A few drops of a favorite essential oil can be added to a tissue or a handkerchief. The cloth can then be placed near the nose and the scent of the oil inhaled. There is also a steam inhalation process, where a few drops of the essential oils are added to boiling water. It is the steam from the water which is inhaled for aromatherapy effects. Steam inhalation is often used to treat stuffed up noses and other cold symptoms but can be used for a quick boost of energy or as a relaxing technique.
Many people have begun keeping bottles of essential oils in the pantry to use as a room freshener and cleaning agent. The smells resulting from the oil use in the home can also be effective at boosting moods and other healing benefits relative to the oil being used.
Professional spas offer aromatherapy massage services where essential oils are added to the massage oil. At home, massages can be ramped up by adding a few drops of essential oils to a carrier oil, such as almond or coconut oil. The oil can then be massaged into the skin to promote muscle relaxation, as well as the inhaled benefits of the oil’s scent. Essential oils can also be added to a warm bath for the same effect.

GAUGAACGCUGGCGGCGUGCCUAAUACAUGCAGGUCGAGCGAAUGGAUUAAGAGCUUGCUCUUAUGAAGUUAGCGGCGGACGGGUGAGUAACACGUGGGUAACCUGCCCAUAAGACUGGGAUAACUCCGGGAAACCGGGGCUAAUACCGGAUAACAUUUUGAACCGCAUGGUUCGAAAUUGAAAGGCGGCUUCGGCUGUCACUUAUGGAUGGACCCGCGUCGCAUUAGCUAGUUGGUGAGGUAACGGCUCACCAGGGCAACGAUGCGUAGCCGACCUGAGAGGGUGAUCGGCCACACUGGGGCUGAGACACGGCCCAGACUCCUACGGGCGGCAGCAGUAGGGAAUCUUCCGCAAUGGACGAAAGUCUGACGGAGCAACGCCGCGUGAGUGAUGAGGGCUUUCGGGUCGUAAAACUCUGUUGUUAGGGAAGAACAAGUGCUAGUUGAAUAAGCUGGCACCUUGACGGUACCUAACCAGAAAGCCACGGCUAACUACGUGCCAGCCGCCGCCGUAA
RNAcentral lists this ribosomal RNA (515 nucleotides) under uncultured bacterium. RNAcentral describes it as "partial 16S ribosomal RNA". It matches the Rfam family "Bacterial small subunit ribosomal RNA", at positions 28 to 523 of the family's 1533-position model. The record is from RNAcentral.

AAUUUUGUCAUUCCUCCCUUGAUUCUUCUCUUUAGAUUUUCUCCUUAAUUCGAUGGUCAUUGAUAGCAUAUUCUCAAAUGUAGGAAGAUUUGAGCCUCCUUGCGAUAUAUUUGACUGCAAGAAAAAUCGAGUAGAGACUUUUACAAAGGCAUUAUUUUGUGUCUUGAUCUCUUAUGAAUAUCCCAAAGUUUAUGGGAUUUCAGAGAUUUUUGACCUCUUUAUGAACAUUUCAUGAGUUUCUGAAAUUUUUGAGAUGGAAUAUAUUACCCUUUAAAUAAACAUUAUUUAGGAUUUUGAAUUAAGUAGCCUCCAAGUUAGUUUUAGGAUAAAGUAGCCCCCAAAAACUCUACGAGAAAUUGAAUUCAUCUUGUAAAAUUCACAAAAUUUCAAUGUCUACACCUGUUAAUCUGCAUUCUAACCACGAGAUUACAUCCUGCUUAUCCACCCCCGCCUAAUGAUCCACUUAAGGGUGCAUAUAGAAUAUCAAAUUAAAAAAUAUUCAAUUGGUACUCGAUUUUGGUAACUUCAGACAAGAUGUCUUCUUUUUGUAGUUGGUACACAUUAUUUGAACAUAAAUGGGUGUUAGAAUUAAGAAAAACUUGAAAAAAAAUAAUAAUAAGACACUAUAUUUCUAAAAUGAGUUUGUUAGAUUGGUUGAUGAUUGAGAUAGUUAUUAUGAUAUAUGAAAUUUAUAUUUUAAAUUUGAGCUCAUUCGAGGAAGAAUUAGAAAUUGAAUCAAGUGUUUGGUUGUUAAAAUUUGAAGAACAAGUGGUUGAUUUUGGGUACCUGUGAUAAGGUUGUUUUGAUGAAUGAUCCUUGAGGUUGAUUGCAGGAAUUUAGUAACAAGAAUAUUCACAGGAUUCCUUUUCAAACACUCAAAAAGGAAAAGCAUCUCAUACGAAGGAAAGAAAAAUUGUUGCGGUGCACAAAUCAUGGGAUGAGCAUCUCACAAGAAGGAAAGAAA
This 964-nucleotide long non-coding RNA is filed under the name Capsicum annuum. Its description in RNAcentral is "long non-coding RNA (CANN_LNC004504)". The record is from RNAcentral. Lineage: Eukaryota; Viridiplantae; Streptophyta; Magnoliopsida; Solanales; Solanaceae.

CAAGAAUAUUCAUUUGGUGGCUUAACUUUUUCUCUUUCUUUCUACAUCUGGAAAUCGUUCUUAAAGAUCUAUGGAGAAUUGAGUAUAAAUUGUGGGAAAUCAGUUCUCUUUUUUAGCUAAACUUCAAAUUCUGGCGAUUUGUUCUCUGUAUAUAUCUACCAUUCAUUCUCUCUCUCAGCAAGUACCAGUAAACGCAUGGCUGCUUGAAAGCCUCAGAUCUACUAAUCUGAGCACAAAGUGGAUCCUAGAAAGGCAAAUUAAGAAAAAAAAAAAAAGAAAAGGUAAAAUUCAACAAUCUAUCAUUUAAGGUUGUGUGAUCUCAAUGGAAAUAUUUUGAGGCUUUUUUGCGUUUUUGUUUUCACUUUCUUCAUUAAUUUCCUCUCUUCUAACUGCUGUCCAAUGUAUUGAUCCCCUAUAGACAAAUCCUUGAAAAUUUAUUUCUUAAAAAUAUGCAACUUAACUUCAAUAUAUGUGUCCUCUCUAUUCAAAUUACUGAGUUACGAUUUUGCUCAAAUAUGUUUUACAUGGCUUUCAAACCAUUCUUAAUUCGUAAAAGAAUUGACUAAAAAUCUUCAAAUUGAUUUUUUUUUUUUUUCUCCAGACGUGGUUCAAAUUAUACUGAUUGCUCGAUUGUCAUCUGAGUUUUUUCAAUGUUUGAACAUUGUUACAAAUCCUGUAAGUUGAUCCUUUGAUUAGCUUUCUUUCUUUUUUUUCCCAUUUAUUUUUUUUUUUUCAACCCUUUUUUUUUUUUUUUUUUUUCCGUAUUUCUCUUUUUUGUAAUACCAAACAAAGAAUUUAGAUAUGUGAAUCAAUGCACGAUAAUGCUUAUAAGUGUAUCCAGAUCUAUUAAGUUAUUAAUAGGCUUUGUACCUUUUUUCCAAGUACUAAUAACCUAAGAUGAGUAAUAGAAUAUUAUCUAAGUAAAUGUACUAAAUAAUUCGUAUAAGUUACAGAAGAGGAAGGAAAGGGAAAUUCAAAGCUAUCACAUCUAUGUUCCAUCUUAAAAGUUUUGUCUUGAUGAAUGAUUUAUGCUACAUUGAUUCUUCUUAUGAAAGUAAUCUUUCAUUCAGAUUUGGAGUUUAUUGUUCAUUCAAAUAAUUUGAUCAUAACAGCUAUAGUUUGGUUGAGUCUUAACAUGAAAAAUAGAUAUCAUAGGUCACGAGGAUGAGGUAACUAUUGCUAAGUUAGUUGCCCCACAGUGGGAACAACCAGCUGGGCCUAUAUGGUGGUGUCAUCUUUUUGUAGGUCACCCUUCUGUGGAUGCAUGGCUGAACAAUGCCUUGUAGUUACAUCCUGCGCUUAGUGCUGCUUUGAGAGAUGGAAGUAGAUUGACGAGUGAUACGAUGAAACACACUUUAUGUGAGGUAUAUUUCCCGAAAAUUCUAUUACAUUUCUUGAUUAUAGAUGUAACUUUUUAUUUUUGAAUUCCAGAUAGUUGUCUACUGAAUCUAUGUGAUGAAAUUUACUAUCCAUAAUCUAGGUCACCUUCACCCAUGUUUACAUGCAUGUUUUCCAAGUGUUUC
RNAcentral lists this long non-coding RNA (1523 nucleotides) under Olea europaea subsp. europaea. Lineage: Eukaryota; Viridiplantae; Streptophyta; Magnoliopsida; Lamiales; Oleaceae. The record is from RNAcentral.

MISCELLANEOUS USE IDEAS
Essential oils can be used in a variety of ordinary natural products to make them extraordinary. Products like shampoos, shower gels, lotions, and other health and beauty items get an additional boost with the addition of essential oils.
• Add lavender to lotions or shampoos to help reduce stress
• Diffuse frankincense during meditation to increase focus
• Add a drop or tow of peppermint essential oil to a hot tea
• Add a few drops of lemon oil to a fresh glass of drinking water then add a few more drops of the oil to the dishwasher for a spot-free cleaning
• A few drops of eucalyptus oil to a warm foot bath relaxes tired feet.
OTHER WAYS TO USE ESSENTIAL OILS INCLUDE:
Home refreshner – add 10 drops of your favorite essential oil to a load of laundry or 5 drops of oil onto the vacuum cleaner bag.
Shower cleaner – remove scum and kill mold from bathroom doors and walls using 4 drops of tea tree oil and 4 drops of eucalyptus oil added to a spray bottle of warm water.
Insect repellent – soak cotton balls in a drop or two of lavender, peppermint, or citronella oil and place them around windows and doors to naturally repel pesky insects.
Clean produce – add a few drops of lemon oil to a bowl of fresh water to clean fruits and vegetables.
Detox paint – to get rid of harmful paint fumes, add a few drops each of peppermint and eucalyptus oil to a gallon of paint before use.